In Zagreb, the Sarcophagus of Cardinal Stepinac
The cathedral of Zagreb contains the Sarcophagus of Cardinal Stepinac. It is constructed of glass allowing for perpetual viewing of the remains. The tomb was made by the Croatian sculptor Ivan Meštrović.
Aloysius Viktor Stepinac (1898-1960) was the Archbishop of Zagreb from 1937 until his death in 1960, including the fascist rule of the Ustaše over the Axis puppet state the Independent State of Croatia (NDH) from 1941 to 1945 during World War II.
In this way he was tried by the communist Yugosalvia government after the war and convicted of treason and collaboration with the Ustaše regime. He served his 16-year sentence first in prison, then confined to his home village of Krašić. He was made a cardinal in 1953.
But according to the website catholic.org although "Stepinac had close associations with the Ustaše leaders during the Nazi occupation, had issued proclamations celebrating the NDH, and welcomed the Ustaše leaders", he "also objected against the persecution of Jews and Nazi laws, helped Jews and others to escape and criticized Ustaše atrocities in front of Zagreb Cathedral in 1943." Furthermore "After the war he publicly condemned the new Yugoslav government and its actions during World War II, especially for murders of priests by Communist militants".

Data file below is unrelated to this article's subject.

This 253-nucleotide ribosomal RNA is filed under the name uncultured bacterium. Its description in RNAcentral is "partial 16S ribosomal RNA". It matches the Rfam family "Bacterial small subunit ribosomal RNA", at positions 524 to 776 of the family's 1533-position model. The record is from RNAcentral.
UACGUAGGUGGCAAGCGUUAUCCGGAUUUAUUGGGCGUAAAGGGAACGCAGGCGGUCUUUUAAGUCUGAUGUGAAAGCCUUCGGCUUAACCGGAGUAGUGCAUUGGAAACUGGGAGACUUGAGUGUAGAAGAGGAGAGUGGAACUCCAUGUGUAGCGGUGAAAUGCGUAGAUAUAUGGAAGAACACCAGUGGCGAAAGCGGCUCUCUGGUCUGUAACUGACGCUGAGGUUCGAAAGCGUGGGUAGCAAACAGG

At that time these two differents interpretations of Stepinac’s behavior polarized public opinion both in Yugoslavia and beyond.
In October 3, 1998, Pope John Paul II declared him a martyr and beatified him before 500.000 Croatians in Marija Bistrica near Zagreb. This again polarized public opinion and re-ignited old controversies between Catholicism and Communism and between Serbs and Croats. The cathedral was visited by Pope Benedict XVI on 5 June 2011 where he celebrated Sunday Vespers and prayed before the tomb of Blessed Aloysius Viktor Stepinac.
These photos were taken in August 2017